ICC Implements Stop Clock Rule In ODIs And T20Is, To Come Into Effect In T20 World Cup 2024

ICC Implements Stop Clock Rule In ODIs And T20Is, To Come Into Effect In T20 World Cup 2024

The rule which was initially introduced on an experimental basis in December 2023, has now been approved for implementation in all white-ball cricket.

IANSUpdated: Friday, March 15, 2024, 04:57 PM IST
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New Stop Clock Rule in International Cricket | Credits: Twitter

The International Cricket Council (ICC) is set to implement the stop clock rule permanently, following a successful trial period, making it a standard feature in international cricket, says a report.

The rule which was initially introduced on an experimental basis in December 2023, has now been approved for implementation in all white-ball cricket, including Twenty20 Internationals (T20Is) and One-Day Internationals (ODIs), starting with the upcoming T20 World Cup in June.

The stop clock rule aims to ensure the timely completion of matches by requiring the fielding team to commence the next over within 60 seconds of the previous one ending. An electronic clock will be displayed between overs, with umpires responsible for enforcing the rule. Fielding teams will receive two warnings before facing a five-run penalty for subsequent violations.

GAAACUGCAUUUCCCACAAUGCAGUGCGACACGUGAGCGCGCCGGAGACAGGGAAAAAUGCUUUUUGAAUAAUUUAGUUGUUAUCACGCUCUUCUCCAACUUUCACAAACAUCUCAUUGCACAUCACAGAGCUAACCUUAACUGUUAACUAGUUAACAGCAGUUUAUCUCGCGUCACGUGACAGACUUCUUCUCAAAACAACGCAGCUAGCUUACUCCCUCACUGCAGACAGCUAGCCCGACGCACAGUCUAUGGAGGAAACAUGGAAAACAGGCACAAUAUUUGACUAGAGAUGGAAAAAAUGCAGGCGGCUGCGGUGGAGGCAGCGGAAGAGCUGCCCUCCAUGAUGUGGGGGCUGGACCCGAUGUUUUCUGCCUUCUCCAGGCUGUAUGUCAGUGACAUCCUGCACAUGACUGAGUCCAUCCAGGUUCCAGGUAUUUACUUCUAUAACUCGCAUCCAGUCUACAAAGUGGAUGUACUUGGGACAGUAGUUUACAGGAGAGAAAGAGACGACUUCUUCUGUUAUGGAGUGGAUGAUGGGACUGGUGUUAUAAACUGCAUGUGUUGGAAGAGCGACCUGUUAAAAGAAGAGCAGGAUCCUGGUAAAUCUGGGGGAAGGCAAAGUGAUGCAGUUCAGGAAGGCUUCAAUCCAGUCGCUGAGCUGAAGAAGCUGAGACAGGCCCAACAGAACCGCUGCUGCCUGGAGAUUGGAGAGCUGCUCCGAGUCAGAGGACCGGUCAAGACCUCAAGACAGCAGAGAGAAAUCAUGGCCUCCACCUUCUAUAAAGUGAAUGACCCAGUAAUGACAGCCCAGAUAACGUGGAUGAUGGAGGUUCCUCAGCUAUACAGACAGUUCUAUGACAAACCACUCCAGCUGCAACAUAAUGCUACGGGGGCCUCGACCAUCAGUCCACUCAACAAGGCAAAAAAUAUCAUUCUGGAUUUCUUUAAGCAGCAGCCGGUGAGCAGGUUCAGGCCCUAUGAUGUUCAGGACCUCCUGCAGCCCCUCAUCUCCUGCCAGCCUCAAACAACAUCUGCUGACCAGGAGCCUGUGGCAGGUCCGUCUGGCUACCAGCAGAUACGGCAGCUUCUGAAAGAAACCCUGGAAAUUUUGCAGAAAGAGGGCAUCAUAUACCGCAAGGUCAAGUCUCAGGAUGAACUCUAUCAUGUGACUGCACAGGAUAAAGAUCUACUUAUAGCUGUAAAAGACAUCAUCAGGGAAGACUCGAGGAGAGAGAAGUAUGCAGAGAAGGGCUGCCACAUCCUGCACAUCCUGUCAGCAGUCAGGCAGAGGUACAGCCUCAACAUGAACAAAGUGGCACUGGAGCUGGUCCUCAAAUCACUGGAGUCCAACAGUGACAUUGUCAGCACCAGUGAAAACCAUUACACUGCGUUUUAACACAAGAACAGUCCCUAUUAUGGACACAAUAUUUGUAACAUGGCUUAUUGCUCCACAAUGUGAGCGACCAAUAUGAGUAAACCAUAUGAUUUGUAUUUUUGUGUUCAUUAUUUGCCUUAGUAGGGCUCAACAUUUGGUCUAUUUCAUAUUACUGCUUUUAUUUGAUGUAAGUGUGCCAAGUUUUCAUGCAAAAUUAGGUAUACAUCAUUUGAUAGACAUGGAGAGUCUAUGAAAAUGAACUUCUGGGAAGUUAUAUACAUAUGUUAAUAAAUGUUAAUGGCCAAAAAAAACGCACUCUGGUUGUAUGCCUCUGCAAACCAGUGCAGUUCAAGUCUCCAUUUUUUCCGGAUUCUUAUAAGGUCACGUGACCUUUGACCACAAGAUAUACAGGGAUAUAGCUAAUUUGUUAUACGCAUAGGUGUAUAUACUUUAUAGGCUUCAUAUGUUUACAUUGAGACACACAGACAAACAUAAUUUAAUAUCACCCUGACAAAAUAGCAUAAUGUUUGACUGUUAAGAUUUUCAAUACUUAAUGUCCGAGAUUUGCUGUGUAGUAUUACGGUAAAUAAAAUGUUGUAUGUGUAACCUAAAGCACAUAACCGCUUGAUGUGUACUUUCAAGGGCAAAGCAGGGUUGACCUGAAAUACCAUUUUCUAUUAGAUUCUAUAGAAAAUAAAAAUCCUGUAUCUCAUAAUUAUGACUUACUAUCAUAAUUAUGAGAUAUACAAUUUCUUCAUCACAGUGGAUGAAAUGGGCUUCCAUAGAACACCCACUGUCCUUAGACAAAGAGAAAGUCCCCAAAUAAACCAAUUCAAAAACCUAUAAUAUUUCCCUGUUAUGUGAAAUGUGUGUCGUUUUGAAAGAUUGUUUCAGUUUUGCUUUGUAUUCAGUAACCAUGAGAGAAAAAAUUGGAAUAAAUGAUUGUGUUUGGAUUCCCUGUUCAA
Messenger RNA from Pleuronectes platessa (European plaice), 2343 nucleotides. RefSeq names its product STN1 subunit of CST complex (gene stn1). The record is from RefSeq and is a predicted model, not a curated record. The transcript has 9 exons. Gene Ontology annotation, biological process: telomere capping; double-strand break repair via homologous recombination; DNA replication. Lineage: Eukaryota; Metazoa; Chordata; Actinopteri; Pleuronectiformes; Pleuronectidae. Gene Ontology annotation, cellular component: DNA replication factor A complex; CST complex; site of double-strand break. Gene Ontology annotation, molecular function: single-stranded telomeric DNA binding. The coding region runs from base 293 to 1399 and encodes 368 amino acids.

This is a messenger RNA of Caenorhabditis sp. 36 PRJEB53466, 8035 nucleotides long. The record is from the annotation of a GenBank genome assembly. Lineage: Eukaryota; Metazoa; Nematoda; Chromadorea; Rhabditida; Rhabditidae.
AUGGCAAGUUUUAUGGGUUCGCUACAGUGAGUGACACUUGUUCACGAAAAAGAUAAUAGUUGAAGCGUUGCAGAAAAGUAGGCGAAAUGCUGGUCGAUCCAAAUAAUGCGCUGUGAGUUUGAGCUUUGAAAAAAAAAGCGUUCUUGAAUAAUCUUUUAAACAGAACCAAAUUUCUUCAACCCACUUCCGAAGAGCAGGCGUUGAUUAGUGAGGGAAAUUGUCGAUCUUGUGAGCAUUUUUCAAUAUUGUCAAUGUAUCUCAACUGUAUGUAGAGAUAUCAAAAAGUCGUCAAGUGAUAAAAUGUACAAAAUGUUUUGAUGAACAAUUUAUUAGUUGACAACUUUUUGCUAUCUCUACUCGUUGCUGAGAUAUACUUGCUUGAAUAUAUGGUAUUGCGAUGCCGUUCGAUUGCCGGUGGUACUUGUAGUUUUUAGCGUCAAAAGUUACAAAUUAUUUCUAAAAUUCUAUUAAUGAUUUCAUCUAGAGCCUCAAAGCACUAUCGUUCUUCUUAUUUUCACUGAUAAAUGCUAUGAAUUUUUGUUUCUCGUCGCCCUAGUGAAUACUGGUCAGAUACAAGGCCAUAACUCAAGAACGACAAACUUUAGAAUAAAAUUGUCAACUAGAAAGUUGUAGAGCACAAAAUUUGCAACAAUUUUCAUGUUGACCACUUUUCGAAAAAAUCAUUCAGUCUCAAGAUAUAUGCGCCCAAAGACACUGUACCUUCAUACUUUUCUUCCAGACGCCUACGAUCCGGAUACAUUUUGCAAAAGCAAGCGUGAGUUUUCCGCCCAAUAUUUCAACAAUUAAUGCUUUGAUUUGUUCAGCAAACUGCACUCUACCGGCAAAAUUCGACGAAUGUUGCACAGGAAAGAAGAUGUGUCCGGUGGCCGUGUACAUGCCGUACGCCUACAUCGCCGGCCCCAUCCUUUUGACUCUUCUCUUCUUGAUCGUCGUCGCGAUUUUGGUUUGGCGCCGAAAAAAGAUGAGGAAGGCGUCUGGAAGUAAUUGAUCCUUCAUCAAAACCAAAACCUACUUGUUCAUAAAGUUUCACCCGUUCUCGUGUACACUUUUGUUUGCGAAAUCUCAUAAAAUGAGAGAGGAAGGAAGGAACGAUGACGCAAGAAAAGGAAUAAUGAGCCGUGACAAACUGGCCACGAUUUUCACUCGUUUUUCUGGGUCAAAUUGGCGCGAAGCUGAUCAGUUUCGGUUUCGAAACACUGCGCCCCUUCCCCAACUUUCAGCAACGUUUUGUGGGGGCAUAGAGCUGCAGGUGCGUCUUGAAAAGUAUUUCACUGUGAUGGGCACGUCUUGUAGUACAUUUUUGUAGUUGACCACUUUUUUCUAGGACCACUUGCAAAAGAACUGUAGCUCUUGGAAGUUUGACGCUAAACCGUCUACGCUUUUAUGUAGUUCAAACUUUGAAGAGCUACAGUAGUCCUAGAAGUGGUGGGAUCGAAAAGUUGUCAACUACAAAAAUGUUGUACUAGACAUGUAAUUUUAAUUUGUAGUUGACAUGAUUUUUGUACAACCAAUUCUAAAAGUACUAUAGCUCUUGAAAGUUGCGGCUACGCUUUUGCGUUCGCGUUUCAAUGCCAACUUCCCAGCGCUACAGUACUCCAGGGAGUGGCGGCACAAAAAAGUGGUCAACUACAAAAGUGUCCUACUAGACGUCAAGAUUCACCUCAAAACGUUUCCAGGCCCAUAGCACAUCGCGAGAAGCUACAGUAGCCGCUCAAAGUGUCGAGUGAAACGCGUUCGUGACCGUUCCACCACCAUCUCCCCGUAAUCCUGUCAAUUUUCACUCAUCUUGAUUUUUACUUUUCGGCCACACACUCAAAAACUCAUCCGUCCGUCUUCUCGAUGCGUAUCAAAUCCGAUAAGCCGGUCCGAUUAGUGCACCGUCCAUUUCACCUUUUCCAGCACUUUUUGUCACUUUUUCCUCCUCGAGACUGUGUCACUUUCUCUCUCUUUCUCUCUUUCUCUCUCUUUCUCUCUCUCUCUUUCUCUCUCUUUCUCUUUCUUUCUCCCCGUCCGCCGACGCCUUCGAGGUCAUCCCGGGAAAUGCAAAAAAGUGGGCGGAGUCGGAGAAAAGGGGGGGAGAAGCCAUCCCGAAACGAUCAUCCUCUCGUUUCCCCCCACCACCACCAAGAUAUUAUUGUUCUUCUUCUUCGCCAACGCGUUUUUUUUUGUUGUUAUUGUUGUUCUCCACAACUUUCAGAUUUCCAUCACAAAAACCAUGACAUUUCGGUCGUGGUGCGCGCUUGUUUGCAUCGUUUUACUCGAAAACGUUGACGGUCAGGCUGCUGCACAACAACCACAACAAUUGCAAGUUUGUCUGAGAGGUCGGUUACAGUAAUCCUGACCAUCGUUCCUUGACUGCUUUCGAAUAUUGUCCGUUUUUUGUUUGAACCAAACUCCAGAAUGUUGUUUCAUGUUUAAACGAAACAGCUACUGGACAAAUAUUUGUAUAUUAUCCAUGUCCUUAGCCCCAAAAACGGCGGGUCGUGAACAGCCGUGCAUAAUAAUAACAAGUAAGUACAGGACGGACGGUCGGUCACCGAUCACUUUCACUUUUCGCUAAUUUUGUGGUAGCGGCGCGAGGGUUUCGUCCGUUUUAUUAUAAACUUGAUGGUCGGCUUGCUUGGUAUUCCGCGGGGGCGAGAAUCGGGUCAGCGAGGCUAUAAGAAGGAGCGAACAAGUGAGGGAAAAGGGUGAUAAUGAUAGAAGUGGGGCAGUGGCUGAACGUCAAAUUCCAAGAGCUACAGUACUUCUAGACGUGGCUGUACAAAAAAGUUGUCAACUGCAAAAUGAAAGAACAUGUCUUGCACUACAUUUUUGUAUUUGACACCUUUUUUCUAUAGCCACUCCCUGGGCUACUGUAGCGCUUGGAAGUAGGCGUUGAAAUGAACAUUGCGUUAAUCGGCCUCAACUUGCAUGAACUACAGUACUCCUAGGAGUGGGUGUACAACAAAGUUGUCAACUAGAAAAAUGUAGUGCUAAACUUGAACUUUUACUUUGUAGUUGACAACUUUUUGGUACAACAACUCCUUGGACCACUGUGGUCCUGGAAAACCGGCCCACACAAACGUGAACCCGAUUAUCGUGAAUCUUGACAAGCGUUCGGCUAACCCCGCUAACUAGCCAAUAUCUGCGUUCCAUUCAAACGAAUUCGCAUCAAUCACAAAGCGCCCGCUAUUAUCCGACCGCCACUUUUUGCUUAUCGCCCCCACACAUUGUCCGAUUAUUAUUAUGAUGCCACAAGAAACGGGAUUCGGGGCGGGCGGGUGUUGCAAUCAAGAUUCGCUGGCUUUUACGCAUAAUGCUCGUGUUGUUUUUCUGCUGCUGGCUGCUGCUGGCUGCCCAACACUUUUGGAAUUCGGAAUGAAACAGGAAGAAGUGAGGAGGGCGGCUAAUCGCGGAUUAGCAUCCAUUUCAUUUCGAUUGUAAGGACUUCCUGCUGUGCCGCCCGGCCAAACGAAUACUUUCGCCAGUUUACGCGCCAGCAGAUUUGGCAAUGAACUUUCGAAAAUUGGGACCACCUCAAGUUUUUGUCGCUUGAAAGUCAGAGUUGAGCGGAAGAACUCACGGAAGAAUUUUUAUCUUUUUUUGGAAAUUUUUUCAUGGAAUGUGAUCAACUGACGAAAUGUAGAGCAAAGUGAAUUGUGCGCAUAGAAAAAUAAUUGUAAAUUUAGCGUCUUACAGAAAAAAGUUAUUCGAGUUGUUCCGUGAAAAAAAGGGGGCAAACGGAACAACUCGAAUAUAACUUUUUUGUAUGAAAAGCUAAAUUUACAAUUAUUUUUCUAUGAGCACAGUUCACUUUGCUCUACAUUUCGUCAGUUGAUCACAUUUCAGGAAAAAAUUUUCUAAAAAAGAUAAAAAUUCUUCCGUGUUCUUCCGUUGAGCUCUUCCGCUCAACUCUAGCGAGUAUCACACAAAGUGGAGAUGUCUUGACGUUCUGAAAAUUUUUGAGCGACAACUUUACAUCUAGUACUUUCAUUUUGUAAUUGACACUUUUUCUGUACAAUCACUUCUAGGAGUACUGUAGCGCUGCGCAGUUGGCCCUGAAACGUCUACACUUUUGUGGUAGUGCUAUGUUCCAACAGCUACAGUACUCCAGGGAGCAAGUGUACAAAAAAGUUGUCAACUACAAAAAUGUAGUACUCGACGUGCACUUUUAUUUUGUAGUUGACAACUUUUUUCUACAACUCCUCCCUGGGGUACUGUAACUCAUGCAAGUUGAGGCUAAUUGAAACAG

"The stop-clock is set to become permanent in all ODIs and T20Is from June 2024, starting with the ICC Men’s T20 World Cup 2024 in the West Indies and USA." ICC wrote in a statement

What is Stop Clock rule?

"As per stop clock rule that was trialled in men’s white-ball cricket, the fielding side is expected to start a new over within 60 seconds of the completion of the previous over.

An electronic clock, counting down from 60 to zero, will be displayed on the ground, with the onus on the third umpire to determine the start of the clock.

"The failure of the fielding side to be ready to bowl the first ball of their next over within the stipulated 60 seconds of the previous over being completed attracts two warnings. Subsequent breaches would lead to a five-run penalty per incident." ICC added in the statement.

Effectiveness of Stop Clock Rule

During the trial period, the ICC and its cricket committee evaluated the effectiveness of the rule and found merit in its permanent adoption. The decision to make the rule universal for all ICC white-ball games underscores the commitment to maintaining the pace and excitement of limited-overs cricket.

The approval of the stop clock rule came during the ongoing series of meetings of the ICC in Dubai, setting the stage for its implementation in future tournaments.

However, discussions regarding the Champions Trophy were notably absent from the agenda. With Pakistan designated as the host nation, speculation surrounds India's potential refusal to tour the country, reminiscent of last year's Asia Cup format alteration.

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